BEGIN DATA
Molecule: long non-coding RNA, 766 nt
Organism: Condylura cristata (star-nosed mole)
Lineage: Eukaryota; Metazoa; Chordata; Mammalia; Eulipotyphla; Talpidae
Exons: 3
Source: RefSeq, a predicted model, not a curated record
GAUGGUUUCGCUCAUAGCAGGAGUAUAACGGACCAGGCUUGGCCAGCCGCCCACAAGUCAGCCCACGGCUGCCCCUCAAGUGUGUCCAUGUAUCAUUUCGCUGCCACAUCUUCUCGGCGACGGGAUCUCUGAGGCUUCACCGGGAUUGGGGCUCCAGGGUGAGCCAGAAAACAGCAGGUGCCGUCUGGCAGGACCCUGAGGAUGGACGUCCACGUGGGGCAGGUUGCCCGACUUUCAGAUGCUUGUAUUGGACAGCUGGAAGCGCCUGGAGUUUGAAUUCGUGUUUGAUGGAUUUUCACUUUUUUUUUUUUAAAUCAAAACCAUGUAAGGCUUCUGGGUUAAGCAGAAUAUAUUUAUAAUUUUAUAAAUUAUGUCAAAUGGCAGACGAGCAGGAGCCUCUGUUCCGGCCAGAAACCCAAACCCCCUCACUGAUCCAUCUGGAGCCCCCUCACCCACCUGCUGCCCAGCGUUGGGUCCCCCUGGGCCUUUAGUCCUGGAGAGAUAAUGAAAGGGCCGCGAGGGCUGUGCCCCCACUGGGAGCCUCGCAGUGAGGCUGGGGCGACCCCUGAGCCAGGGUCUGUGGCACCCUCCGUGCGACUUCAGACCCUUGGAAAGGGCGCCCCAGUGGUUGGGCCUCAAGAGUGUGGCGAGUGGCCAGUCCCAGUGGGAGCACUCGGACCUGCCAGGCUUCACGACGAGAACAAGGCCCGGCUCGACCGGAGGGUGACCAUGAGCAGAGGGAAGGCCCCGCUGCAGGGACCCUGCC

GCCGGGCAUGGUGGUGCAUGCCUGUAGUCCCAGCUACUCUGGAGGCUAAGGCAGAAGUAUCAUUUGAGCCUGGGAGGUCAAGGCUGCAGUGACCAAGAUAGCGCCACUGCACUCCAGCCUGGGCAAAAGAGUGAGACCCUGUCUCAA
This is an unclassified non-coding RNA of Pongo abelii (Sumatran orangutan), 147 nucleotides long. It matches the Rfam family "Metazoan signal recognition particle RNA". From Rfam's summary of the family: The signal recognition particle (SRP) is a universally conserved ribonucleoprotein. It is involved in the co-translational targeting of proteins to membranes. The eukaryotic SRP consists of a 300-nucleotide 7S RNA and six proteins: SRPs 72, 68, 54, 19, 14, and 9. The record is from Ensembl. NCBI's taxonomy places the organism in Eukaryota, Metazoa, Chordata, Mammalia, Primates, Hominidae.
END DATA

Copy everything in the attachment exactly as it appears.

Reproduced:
Molecule: long non-coding RNA, 766 nt
Organism: Condylura cristata (star-nosed mole)
Lineage: Eukaryota; Metazoa; Chordata; Mammalia; Eulipotyphla; Talpidae
Exons: 3
Source: RefSeq, a predicted model, not a curated record
GAUGGUUUCGCUCAUAGCAGGAGUAUAACGGACCAGGCUUGGCCAGCCGCCCACAAGUCAGCCCACGGCUGCCCCUCAAGUGUGUCCAUGUAUCAUUUCGCUGCCACAUCUUCUCGGCGACGGGAUCUCUGAGGCUUCACCGGGAUUGGGGCUCCAGGGUGAGCCAGAAAACAGCAGGUGCCGUCUGGCAGGACCCUGAGGAUGGACGUCCACGUGGGGCAGGUUGCCCGACUUUCAGAUGCUUGUAUUGGACAGCUGGAAGCGCCUGGAGUUUGAAUUCGUGUUUGAUGGAUUUUCACUUUUUUUUUUUUAAAUCAAAACCAUGUAAGGCUUCUGGGUUAAGCAGAAUAUAUUUAUAAUUUUAUAAAUUAUGUCAAAUGGCAGACGAGCAGGAGCCUCUGUUCCGGCCAGAAACCCAAACCCCCUCACUGAUCCAUCUGGAGCCCCCUCACCCACCUGCUGCCCAGCGUUGGGUCCCCCUGGGCCUUUAGUCCUGGAGAGAUAAUGAAAGGGCCGCGAGGGCUGUGCCCCCACUGGGAGCCUCGCAGUGAGGCUGGGGCGACCCCUGAGCCAGGGUCUGUGGCACCCUCCGUGCGACUUCAGACCCUUGGAAAGGGCGCCCCAGUGGUUGGGCCUCAAGAGUGUGGCGAGUGGCCAGUCCCAGUGGGAGCACUCGGACCUGCCAGGCUUCACGACGAGAACAAGGCCCGGCUCGACCGGAGGGUGACCAUGAGCAGAGGGAAGGCCCCGCUGCAGGGACCCUGCC

GCCGGGCAUGGUGGUGCAUGCCUGUAGUCCCAGCUACUCUGGAGGCUAAGGCAGAAGUAUCAUUUGAGCCUGGGAGGUCAAGGCUGCAGUGACCAAGAUAGCGCCACUGCACUCCAGCCUGGGCAAAAGAGUGAGACCCUGUCUCAA
This is an unclassified non-coding RNA of Pongo abelii (Sumatran orangutan), 147 nucleotides long. It matches the Rfam family "Metazoan signal recognition particle RNA". From Rfam's summary of the family: The signal recognition particle (SRP) is a universally conserved ribonucleoprotein. It is involved in the co-translational targeting of proteins to membranes. The eukaryotic SRP consists of a 300-nucleotide 7S RNA and six proteins: SRPs 72, 68, 54, 19, 14, and 9. The record is from Ensembl. NCBI's taxonomy places the organism in Eukaryota, Metazoa, Chordata, Mammalia, Primates, Hominidae.